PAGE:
Sponsor Message:

The Piper PA-46 Malibu Meridian

Country of origin  
United States of America

Photos  

Click here for full size photo!
Click for large version.

Photo © Paulo Carvalho

More photos of Piper PA-46 Malibu Meridian

Click here for full size photo!
Click for large version.

Photo © Alex McMahon
More passenger cabin photos...

Click here for full size photo!
Click for large version.

Photo © Yasir Raja
More cockpit photos...

Powerplants  
One 373kW (500shp) takeoff rated and 298kW (400shp) continuous rated Pratt & Whitney Canada PT6A-42A turboprop driving a four-blade constant speed Hartzell propeller.

Performance  
Max cruising speed at 30,000ft and mid cruise weight 485km/h (262kt). Initial rate of climb 1739ft/min. Certificated altitude 30,000ft. Range at max cruising speed at 30,000ft with reserves 1885km (1018nm). Endurance 4.22hr.

Weights  
Standard equipped 1471kg (3243lb), max takeoff 2312kg (5092lb).

Dimensions  
Wing span 13.11m (43ft 0in), length 9.02m (29ft 7in), height 3.45m (11ft 4in). Wing area 17.0m2 (183.0sq ft).

Capacity  
Typical seating for pilot and five passengers. Pilot and four passengers with optional entertainment/refreshment console with drinks cooler, storage and VCR and flat panel monitor.

Production  
PA-46T - 212 had been built by end 2004.
DLX - by March 2005, 160 piston-engined PA-46s had been converted.

Type  
Six seat corporate turboprop

History  

The Malibu Meridian is the first major aircraft program from New Piper Aircraft Inc and is a high performance turboprop development of the popular Malibu Mirage.

New Piper announced development of the Meridian at the 1997 NBAA convention. The aircraft was rolled out at Piper's Vero Beach, Florida facilities on August 13 1998 and this aircraft (an aerodynamically conforming prototype) flew for the first time on August 21 that year. Three further Meridian prototypes will enter the flight test program during 1999. Certification was awarded on September 27 2000, with the first customer delivery on November 7 2000.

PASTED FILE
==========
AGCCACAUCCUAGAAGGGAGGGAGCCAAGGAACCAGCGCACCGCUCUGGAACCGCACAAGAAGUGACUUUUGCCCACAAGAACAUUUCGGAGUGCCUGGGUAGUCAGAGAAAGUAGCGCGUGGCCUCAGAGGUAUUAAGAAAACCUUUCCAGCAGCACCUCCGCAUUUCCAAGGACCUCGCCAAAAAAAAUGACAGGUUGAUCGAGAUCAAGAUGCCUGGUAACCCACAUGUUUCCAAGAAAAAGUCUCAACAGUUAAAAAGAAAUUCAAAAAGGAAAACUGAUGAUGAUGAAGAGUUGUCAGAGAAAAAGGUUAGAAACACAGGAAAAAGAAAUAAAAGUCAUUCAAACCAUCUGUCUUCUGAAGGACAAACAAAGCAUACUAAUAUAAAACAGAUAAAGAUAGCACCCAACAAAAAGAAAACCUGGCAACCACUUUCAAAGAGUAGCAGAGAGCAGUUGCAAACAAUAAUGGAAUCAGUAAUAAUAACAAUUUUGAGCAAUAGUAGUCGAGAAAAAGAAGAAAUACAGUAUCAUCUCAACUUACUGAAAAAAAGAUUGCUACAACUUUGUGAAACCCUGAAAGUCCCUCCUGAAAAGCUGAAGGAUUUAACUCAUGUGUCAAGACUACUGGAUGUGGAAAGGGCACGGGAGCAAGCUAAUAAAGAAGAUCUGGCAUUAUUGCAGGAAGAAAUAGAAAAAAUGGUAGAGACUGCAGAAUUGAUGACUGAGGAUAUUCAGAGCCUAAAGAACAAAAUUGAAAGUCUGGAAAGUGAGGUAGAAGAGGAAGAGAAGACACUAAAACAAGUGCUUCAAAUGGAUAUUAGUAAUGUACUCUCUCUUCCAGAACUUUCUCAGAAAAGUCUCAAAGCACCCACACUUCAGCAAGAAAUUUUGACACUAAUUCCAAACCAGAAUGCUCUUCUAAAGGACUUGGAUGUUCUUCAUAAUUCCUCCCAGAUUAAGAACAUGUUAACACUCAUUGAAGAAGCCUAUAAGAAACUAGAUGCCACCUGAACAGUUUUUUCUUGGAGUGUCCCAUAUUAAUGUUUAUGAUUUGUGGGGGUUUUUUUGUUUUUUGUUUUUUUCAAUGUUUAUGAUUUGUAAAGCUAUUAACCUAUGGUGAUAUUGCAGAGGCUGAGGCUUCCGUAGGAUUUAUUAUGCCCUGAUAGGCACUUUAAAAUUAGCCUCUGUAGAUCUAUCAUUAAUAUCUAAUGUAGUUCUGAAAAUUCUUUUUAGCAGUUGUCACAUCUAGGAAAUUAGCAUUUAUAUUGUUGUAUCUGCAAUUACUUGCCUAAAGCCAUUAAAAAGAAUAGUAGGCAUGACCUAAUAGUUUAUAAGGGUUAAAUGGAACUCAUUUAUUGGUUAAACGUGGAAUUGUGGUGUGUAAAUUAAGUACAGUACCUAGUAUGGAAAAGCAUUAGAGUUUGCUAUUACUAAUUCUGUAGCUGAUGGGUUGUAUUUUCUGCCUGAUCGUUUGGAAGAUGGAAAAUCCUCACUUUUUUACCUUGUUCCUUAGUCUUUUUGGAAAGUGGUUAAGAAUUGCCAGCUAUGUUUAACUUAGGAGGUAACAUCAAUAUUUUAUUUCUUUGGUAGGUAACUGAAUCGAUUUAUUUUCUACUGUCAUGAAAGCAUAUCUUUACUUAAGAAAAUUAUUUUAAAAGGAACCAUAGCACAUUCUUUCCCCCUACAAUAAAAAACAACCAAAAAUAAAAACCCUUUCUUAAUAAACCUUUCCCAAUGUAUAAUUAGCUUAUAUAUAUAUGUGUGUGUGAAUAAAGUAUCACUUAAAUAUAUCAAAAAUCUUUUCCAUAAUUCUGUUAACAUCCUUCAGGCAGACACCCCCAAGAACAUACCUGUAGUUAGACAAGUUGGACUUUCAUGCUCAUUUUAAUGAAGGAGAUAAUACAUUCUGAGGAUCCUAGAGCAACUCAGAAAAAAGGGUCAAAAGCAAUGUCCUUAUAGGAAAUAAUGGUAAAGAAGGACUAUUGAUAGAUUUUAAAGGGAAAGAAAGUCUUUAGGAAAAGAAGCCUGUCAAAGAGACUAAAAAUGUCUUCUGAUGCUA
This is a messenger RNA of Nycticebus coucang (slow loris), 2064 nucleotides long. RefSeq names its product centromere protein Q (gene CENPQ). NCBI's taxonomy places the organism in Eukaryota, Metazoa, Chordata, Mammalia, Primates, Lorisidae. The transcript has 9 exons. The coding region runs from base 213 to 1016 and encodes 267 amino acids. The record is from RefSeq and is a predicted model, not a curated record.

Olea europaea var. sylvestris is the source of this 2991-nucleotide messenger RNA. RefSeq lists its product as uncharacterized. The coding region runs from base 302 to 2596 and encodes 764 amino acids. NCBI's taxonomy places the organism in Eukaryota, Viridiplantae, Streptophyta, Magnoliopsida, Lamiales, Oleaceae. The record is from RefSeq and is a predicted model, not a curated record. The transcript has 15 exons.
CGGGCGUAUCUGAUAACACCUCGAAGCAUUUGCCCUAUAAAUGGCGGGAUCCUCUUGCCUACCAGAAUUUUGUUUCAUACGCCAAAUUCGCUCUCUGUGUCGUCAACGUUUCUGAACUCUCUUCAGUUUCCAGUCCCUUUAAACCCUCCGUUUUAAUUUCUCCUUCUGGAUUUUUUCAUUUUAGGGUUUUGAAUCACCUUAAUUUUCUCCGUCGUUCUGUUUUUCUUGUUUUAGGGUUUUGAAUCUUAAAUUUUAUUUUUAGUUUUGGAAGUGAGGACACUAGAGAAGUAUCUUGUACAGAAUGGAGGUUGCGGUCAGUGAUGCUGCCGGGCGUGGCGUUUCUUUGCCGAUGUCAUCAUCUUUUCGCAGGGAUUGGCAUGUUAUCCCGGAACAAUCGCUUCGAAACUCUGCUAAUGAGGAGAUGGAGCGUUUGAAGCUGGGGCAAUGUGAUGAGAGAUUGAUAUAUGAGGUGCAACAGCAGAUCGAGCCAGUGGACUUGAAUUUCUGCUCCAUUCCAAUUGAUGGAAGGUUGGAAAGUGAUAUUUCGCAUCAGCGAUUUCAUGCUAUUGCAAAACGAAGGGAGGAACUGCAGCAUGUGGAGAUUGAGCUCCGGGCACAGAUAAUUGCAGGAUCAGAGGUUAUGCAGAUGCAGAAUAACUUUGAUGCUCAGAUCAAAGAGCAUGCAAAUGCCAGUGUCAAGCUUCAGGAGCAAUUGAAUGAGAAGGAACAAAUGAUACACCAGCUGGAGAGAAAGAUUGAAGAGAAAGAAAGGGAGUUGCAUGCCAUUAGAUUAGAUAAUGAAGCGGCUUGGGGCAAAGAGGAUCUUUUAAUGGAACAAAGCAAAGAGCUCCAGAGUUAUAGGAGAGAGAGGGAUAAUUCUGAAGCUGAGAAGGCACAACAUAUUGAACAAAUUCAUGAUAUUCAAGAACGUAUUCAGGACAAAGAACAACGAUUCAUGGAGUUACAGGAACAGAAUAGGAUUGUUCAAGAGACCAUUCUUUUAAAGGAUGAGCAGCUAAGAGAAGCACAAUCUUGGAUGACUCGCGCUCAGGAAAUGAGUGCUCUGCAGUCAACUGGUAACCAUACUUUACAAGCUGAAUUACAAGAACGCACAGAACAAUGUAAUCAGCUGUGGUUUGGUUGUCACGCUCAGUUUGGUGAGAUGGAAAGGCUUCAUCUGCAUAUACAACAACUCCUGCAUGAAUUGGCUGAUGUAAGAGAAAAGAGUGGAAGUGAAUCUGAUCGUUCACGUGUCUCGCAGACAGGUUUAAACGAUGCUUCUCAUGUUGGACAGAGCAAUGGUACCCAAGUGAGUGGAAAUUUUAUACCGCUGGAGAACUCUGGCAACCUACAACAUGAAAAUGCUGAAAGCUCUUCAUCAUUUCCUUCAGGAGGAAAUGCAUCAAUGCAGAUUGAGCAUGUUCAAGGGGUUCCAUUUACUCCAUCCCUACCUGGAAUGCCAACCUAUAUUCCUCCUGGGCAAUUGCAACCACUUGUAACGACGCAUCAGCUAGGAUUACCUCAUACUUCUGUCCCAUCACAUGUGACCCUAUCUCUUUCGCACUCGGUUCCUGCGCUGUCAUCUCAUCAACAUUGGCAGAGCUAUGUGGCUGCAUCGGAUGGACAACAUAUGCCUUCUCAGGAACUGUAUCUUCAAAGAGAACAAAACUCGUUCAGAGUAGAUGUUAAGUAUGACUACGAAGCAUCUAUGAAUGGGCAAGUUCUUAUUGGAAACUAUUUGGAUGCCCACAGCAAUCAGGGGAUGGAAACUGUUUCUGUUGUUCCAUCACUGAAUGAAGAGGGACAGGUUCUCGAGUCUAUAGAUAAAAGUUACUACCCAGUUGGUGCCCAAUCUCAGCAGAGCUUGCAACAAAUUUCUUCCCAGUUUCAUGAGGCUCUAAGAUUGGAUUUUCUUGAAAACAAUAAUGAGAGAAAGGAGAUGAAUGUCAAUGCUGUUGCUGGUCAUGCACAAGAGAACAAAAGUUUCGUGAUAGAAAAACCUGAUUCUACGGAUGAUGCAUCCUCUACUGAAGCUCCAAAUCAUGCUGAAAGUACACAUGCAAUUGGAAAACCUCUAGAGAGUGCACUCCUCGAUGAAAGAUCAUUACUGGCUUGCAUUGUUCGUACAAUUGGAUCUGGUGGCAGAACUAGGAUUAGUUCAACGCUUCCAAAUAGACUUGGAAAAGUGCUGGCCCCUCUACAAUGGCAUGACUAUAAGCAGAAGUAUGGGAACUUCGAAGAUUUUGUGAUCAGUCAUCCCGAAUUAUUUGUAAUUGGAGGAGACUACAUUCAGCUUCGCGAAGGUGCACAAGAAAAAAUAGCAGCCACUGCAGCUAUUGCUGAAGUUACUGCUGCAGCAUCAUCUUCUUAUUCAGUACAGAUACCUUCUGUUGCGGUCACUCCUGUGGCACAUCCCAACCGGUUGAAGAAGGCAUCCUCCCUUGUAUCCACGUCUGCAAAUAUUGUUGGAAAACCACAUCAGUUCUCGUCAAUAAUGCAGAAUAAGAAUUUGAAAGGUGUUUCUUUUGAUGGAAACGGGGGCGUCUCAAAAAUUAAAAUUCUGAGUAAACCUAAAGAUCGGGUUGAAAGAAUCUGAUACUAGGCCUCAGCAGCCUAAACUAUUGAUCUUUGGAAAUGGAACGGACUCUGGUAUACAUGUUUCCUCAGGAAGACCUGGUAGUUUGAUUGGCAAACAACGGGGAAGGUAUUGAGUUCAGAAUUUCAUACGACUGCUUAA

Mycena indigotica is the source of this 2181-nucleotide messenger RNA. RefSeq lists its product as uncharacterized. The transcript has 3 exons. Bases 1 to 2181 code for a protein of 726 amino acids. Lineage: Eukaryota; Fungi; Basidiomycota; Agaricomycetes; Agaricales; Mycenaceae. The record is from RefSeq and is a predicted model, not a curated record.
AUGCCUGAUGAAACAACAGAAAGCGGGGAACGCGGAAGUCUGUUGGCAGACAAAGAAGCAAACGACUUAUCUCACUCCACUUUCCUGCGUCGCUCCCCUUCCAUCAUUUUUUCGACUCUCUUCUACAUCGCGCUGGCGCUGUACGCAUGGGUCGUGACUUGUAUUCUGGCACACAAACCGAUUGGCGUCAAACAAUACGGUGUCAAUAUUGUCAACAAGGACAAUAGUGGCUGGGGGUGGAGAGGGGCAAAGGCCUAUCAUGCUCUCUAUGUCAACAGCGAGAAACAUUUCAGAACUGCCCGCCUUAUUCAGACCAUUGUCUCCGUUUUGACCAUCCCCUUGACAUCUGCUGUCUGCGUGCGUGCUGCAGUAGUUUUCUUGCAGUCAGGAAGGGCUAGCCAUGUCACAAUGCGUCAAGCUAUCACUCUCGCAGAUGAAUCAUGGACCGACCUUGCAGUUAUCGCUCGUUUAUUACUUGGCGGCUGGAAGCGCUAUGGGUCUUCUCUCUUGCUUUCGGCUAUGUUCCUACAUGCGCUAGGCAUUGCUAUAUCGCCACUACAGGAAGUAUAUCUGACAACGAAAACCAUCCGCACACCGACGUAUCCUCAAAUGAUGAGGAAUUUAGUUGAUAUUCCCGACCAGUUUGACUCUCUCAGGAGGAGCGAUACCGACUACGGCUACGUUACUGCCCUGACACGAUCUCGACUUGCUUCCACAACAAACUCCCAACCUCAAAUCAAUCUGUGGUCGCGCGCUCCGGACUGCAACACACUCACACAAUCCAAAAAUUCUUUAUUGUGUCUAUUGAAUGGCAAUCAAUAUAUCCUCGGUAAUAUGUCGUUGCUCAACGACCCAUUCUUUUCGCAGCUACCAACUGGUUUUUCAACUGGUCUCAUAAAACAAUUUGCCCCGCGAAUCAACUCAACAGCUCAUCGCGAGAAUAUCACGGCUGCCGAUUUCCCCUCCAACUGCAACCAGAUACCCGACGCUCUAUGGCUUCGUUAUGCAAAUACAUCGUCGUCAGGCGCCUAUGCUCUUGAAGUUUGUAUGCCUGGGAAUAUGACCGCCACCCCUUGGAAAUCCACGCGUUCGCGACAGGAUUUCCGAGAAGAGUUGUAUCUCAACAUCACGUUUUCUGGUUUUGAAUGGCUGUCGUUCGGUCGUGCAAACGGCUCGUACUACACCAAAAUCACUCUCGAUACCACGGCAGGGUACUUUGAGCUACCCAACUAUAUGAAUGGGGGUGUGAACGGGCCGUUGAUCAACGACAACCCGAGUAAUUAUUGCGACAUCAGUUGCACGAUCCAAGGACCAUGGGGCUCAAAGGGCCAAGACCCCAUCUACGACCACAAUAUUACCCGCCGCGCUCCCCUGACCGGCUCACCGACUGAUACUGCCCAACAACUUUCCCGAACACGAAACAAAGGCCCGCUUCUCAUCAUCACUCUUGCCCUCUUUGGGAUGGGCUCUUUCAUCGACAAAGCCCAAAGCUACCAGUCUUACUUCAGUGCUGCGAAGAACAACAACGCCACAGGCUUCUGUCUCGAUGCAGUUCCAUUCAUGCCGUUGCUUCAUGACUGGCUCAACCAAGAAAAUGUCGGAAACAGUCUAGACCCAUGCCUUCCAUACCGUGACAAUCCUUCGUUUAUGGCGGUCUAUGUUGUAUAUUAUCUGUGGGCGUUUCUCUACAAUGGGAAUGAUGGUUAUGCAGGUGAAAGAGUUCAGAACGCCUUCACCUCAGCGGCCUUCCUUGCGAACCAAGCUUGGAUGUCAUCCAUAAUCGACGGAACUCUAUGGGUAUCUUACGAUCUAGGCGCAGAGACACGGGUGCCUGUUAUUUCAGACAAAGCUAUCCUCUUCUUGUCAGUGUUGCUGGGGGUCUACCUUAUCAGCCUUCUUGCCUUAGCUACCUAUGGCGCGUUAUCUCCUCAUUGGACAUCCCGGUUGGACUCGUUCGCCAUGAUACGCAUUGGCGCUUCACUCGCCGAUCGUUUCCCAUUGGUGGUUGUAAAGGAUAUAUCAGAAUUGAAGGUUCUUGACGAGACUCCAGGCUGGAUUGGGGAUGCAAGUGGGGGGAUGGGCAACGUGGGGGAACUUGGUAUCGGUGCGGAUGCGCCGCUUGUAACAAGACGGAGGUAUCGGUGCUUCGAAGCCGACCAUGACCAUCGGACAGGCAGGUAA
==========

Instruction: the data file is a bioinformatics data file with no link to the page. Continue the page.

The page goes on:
The Meridian's most obvious feature compared with the Malibu is its Pratt & Whitney Canada PT6A-42A turboprop. The -42A has a thermodynamic rating of 901kW (1209shp) but on the Meridian is derated to 373kW (500shp) for takeoff, which allows the engine to maintain max power through to the aircraft's 30,000ft ceiling, giving a 485km/h (262kt) cruising speed.

Major sections of the Meridian's fuselage are common with the Malibu's but the turboprop features a number of significant changes, including a stainless steel firewall, chord lengthening wing root gloves which increase wing area to ensure a relatively low stall speed, increased area horizontal tail and rudder, and increased fuel capacity.

The Meridian also has a completely new instrument panel. Standard equipment includes a three axis S-TEC 550 autopilot which is coupled to the dual 13cm (5in) colour LCD Garmin GNS 530 integrated GPS displays incorporating IFR GPS and VOR/ILS receiver with glidescope, and a Meggitt Engine Instrument Display System comprising dual LCDs presenting engine information (such as torque, temperatures and pressures, propeller RPM, outside air temperature and fuel level at destination and time to destination calculations).

An optional Electronic Flight Display System (EFDS) presents flight information on four Meggitt colour LCDs (two per side), comprising dual primary flight displays and dual navigation displays. Conventional flight instrumentation is standard.

A rival turboprop Malibu is the Jetprop DLX which is a conversion of piston-engined PA-46s. The first 88 conversions are powered by a Pratt & Whitney PT6A-34, from the 89th aircraft the 417kW (560shp) PT6A-35 or the lower cost 410kW (550shp) PT6A-21 are installed.

Copyright Airliners.net, some information Copyright Aerospace Publications

Related links  

Back to Aircraft Data & History section.

Back to frontpage of Airliners.net

Back to Aircraft Data & History section.
The backbone of this section is from the The International Directory of Civil Aircraft by Gerard Frawley and used with permission. To get your own copy of the book click here.